Talk:Greek Revival architecture

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Saint Petersburg Bourse[edit]

I appreciate the enthusiasm some users have for adding this picture to the page, but I'm going to have to resist sharing it. As I've said elsewhere adding pictures without context is not creating content. The Bourse is not mentioned in the text, I have no idea where it fits into the development of Greek revival, nor would any other reader. To my eye the diocletian window and peristyle make it an atypical example of the style, just how influencial was it? Again our anonymous grangerizer doesn't tell us. A new section on the Baltic Greek revival would be most welcome, if it included information on Finland, Lithuania, Poland and Denmark as well as Russia and placed each in the wider historical development. Then perhaps you might like to illustrate that. Twospoonfuls 11:44, 1 March 2007 (UTC)

I'm starting to feel like I'm victimizing this poor fellow, but I really can't make my mind up if the latest effort is tantamount to vandalism or just pitifully inept. The Russian boosterism is touching but central Petersburg is largely Naryshkin Baroque and Rastrelliesque, the author really needs to be a lot more specific and detailed. So I'm going to post it here and invite anyone to amend it before it is reinserted. Twospoonfuls 12:55, 4 March 2007 (UTC)

Greek revival in Russia[edit]

The historical center of Saint Petersburg was rebuilt by Alexander I of Russia, and so the Greek revival had a debut in Russia. On the Strelka of the Vasilievsky Island the Saint Petersburg Bourse was built, a forty four Doric columns temple. Leo von Klenze expanded the Hermitage Museum and made an other example of this style.

Yes, adding this. Johnbod (talk) 20:11, 23 February 2016 (UTC)

Greek revival in X[edit]

I was afraid of this. This article is in danger of degenerating into an unencyclopedic list of Greek-revival-buildings-I-have-heard-of like the example above or the section on Canada. Perhaps we need to thresh out the minimum criteria for inclusion in the article, which ought to include some mention of an architect or work's importance within the historical development of the style. It simply isn't good enough to add pictures or text without indicating how their subject stands within the larger context of the topic as a whole. Twospoonfuls (talk) 18:55, 11 January 2008 (UTC)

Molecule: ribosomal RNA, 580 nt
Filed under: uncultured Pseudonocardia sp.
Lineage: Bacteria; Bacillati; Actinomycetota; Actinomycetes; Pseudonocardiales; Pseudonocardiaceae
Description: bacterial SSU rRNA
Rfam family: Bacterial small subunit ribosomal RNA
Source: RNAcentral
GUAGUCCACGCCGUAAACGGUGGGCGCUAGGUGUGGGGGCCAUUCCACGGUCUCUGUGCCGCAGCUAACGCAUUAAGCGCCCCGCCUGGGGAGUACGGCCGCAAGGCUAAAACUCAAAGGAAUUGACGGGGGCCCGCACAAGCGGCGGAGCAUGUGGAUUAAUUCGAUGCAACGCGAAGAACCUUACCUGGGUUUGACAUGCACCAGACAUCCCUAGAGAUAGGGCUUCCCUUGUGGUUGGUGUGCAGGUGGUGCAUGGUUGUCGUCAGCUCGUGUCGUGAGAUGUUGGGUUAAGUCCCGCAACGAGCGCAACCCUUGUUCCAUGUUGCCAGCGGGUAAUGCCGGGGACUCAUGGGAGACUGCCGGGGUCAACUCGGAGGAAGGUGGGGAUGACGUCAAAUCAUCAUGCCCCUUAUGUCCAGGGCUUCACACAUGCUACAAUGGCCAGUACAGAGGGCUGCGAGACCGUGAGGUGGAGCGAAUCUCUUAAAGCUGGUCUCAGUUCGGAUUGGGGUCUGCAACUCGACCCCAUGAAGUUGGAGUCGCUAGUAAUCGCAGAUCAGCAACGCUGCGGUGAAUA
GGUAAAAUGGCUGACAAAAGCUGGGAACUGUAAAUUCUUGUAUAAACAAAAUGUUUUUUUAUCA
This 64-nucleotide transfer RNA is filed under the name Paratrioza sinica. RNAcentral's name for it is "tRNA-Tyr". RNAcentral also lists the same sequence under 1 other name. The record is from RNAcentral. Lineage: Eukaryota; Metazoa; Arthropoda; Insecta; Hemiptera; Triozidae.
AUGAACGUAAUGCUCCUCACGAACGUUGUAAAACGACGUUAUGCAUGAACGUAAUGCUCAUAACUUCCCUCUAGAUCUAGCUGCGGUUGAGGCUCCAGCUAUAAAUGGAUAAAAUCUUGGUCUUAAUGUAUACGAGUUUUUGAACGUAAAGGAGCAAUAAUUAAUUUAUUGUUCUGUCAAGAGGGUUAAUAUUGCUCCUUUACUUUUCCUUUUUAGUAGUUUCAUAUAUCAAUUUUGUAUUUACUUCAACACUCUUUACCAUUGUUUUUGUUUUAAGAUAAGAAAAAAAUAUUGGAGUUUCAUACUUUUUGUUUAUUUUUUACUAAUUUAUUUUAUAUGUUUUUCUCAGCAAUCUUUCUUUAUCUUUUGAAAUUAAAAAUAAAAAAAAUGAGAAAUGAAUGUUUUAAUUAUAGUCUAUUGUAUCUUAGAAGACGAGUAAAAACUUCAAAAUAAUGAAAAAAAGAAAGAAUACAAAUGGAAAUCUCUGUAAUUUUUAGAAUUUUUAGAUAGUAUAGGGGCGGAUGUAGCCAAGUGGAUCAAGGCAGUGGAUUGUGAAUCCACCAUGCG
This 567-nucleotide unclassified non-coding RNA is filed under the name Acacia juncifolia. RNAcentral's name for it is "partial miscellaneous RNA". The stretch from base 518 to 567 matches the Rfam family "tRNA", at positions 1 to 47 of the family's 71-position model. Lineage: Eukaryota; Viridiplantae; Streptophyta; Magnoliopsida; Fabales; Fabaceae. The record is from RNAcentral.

There's a lengthy section of the US so I didn't think a few Canada examples would be controversial. The two buildings I added are fairly prominent examples, along with a link to the Ostell article contextualizing his role up here. Shawn in Montreal (talk) 05:34, 12 January 2008 (UTC)
I think the Ostell reference is notable because he apparently did a lot of prominent Greek Revival public buildings. But if you feel this is all just an add-on, please just delete. I think I see what you're trying for here, i.e., something more synthesized than some of the other architecture articles, which do degenerate into mere lists. As you wish, Shawn in Montreal (talk) 06:02, 12 January 2008 (UTC)

P.S. I threw in an article on the author of St. Pete Exchange, Jean-François Thomas de Thomon. There's hardly a trace of Greek Revival in any of his works - it's an old-school, academic French neoclassicism of ancien regime. NVO (talk) 05:15, 14 October 2009 (UTC)

Drawing the line[edit]

Is it possible to draw the line between neoclassicism and Greek Revival, and the line Greek Revival and Neo-Grek ? just curious. The difference between Empire neoclassicism and Neo-Grek is evident even to an untrained eye (perhaps it's my personal misconception shaped by living in a culture that happily missed Greek Revival wave), but throw in "Greek Revival" and it all blurs together... NVO (talk) 05:11, 14 October 2009 (UTC)

Correctly captioned?[edit]

I'm wondering if the date given for Thomas Hamilton's design for The Royal High School (1831) is correct, given that the building was erected between 1824 and 1829? Kim Traynor | Talk 20:03, 26 May 2014 (UTC)

It is, as the drawing was after the fact (as was always clear from the image file). Now clarified. Johnbod (talk) 20:20, 23 February 2016 (UTC)

Vernacular Greek Revival[edit]

This current Greek Revival architecture article doesn't cover the usage of "Greek Revival" in the United States for architecture of balloon-frame houses during the early 1800s. There has been the same problem for Second Empire architecture, being discussed in a couple sections of Talk:Second Empire architecture in Europe. (@Carptrash and Giano:)

Odd Fellows Hall (La Grange, California): its Greek Revival elements are subtle. Following a source I wrote in its article: "The slope of its roof, together with its front-facing gable with box cornice returns, gives the impression of a pediment; this is one of its vernacular Greek Revival elements. Other such elements are its narrow pilasters and its three bay front with a central doorway."

I currently think that this might fairly be called Vernacular Greek Revival architecture (currently a redlink), or at least it is sometimes called that, as in California's Historic Resource Inventory description of Odd Fellows Hall (La Grange, California). Hmm, but from experience with documentation of many NRHP-listed buildings, I think it is more often just called "Greek Revival architecture". Virginia & Lee McAlester, in A Field Guide to American Houses (with chapter on Greek Revival, pages 176-195), call Greek Revival the first popular Romantic style in the U.S. Running from about 1820 to 1860 (note the American Civil War interrupted in 1861), they say it was "dominant from about 1830 to 1850 (to 1860 in the South)", which agrees with the usage in NRHP nominations. Category:Greek Revival architecture in the United States by state now contains more than 500 articles, without distinguishing between the lower/looser/lighter/vernacular Greek Revival often used in houses vs. the high/traditional Greek Revival that is used in many government and commercial buildings and in mansions.